As I mentioned in my previous post, I did encounter many experiences as a child in which my parents would force me to eat food that I didn’t like or forced me to eat even when I didn’t feel hungry. Unlike most families today, my family still gathers together every night to eat dinner at the table. We have been doing this since I was kid so it has become part of our routine as a family. I was one of those children who would become very uninterested in eating and I didn’t feel hungry most of the time. We don’t know the reason for this, but my mom said that she was the same way when she was my age. So whenever we would gather at the table my parents made it clear that we couldn’t leave unless we finished our food.
What stood out to me the most from the article “You Will Eat All of That!” was when they said that “In this authority figure scenario, respondents recalled the episode as involving interpersonal conflict and negative affect, and identified the most aversive aspects of this scenario as lack of control and feelings of helplessness. Furthermore, most respondents (72%) reported that they would not willingly eat the target food today.” My sister and I struggled to finish our food since we simply weren’t fond of eating a lot as children — a majority of the time, we lacked the feeling of hunger. Most of our meals consisted of rice, usually jasmine rice or asian sticky rice as the main portion of the meal, along with ulam, which is what Filipinos call the side dish that you eat along with your rice. For some reason I never really liked rice, which my mom thought was very unusual. I was more interested in eating the ulam because it had more flavor. Because of my refusal to eat my food, especially the rice, I would wind up getting in trouble. This led to my developed negativity toward eating rice in general. Another part of the article that stood out to me was when they mentioned how food preferences can develop through positive or negative experiences. In the article it said that “food preferences can develop if a specific food is presented in positive social situations or used as a reward. Furthermore, Birch and Fisher argued that foods that are presented in negative social situations (i.e. coercion of eating is involved) may be rejected. Thus, a specific food may be rejected not only because of its sensory properties or its association with illness, but also because it is associated with negative effect or negative social consequences.” My experience with eating as a child was negative, especially those times when I had to eat everything with rice even when I didn’t prefer it. I would not get a good response from my parents if I did not eat all of my rice and ulam. Simply put, if I didn’t finish all my rice, my sister and I would experience some form of negative feedback from my parents like yelling, which was frightening to us as children. Even today, I don’t really enjoy including rice in my meals because of my dislike for it as a child and the negative experiences that I had along with it.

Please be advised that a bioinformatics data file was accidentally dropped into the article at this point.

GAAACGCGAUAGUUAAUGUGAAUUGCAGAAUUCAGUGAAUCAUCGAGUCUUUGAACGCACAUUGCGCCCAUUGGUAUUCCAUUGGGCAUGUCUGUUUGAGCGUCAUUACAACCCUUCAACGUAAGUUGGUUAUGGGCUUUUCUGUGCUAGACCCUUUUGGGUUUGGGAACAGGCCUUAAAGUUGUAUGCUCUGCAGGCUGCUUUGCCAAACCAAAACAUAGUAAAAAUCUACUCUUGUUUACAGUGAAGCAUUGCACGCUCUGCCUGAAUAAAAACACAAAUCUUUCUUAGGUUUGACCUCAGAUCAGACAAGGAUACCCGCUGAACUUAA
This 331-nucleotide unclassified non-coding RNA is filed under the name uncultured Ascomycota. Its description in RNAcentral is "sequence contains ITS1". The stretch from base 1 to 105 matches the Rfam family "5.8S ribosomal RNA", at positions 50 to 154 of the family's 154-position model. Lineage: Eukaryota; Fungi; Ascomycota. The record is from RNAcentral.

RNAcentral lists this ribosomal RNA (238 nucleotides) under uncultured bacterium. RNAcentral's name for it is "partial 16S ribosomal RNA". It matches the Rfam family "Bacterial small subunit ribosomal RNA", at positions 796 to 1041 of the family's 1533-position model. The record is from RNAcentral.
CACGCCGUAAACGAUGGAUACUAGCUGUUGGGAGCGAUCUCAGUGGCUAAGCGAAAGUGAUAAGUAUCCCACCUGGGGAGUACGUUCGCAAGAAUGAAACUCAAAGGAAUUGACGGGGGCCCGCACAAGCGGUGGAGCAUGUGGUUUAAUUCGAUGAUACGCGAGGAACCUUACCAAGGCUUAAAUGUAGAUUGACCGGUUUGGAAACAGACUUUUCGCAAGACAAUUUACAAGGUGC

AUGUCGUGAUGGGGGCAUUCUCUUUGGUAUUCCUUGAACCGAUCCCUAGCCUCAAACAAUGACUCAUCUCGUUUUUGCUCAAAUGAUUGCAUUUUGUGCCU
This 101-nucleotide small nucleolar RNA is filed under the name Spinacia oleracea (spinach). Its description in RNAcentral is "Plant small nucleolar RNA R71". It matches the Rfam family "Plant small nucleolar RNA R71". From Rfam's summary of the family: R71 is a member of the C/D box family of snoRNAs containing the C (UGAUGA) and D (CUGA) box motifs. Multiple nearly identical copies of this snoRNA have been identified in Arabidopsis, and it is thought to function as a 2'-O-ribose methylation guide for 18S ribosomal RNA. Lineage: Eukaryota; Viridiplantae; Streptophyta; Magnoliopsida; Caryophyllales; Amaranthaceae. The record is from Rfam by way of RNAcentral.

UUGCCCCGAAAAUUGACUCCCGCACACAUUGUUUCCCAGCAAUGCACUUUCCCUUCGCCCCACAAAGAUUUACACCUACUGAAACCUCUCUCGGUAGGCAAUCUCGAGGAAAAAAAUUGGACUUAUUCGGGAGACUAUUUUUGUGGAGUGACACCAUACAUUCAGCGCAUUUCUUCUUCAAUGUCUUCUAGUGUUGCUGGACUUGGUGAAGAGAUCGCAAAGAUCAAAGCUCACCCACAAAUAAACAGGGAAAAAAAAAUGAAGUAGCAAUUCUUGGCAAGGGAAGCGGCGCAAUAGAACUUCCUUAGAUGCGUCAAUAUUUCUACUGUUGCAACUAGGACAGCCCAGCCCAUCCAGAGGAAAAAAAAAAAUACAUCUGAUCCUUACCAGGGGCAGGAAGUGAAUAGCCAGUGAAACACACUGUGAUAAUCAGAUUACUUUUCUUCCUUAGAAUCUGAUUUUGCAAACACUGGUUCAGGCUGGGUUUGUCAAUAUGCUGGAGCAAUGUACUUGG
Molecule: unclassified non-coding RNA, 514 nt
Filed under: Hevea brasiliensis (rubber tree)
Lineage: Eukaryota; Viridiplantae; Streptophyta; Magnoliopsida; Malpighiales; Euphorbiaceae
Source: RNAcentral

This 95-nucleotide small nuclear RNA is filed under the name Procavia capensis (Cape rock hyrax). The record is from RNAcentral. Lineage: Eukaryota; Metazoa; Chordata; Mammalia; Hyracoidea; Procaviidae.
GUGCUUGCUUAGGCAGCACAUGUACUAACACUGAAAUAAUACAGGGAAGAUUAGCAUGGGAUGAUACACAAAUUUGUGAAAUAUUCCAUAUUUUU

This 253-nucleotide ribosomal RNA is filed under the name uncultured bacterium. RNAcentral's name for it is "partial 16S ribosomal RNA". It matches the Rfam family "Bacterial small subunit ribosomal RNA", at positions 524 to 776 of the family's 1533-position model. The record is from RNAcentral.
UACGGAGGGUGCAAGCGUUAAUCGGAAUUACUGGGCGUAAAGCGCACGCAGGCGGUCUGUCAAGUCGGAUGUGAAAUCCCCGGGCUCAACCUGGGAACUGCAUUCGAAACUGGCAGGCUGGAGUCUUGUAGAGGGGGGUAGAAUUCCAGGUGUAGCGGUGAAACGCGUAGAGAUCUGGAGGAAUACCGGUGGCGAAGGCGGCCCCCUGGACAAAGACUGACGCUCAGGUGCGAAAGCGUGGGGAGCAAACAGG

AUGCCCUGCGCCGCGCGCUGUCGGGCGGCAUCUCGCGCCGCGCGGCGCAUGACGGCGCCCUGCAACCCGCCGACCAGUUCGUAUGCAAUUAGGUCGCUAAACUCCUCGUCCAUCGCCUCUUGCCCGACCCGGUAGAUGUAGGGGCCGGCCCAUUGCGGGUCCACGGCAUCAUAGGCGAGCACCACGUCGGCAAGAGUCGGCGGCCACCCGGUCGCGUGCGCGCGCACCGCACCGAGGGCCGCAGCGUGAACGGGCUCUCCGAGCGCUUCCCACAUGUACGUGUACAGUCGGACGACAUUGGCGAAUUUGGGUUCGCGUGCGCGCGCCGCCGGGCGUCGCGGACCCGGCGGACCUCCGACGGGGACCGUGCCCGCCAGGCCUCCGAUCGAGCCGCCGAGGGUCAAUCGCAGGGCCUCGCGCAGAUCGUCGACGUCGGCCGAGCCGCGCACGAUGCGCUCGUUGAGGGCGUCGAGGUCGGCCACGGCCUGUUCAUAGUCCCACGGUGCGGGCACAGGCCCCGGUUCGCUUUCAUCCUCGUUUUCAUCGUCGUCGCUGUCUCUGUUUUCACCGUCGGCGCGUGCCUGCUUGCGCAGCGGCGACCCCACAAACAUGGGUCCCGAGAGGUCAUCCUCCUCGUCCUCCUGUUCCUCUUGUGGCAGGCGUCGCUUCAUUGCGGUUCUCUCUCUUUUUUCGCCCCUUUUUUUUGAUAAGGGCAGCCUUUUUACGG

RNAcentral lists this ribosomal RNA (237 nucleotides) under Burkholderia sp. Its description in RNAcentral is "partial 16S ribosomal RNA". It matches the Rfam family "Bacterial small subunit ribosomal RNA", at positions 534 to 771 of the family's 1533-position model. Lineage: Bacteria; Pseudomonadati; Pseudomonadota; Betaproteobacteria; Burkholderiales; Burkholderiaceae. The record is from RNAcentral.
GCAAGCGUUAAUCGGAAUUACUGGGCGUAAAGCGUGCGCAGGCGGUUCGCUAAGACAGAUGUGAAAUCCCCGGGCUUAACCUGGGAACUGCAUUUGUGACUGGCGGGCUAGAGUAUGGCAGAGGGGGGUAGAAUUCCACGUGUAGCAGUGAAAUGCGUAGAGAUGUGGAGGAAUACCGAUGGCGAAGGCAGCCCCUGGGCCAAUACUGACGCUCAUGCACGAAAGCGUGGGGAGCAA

Also, according the results collected from the questionnaire, they mentioned that people who have experienced a forced consumption episode are more likely to become “picky eaters” as adults. For me, I wasn’t a very picky eater as a child, I just simply had a dislike with rice because of being forced to eat it, and I felt like the rice didn’t have much flavor which didn’t really appeal to me. My mom said that she didn’t have a problem with us being picky with vegetables, meat or seafood (top foods mentioned in the article as most commonly forced substances) as children. In fact, I loved eating vegetables (my parents grew many different kinds of organic vegetables in our backyard), meat and especially seafood. My parents grew up in a province by the sea in the Philippines and they grew up eating seafood. Because of that, my sister and I have grown up with eating lots of fish, squid, mussels, clams, oysters, etc. Because of the fact that I wasn’t a picky eater as a child, I’m not a picky eater now as an adult. But I do agree with the article that there can be a correlation between forced consumption episodes and selective eating preferences. Just because that situation didn’t really apply to me, doesn’t mean that it applies to other people. Some of my cousins have become really picky eaters because of forced consumption episodes when they were younger, causing them to not like certain foods now that they are older—one of them being seafood.
Reading this article reminded me a lot of Bruce and his chocolate cake incident from the movie Matilda: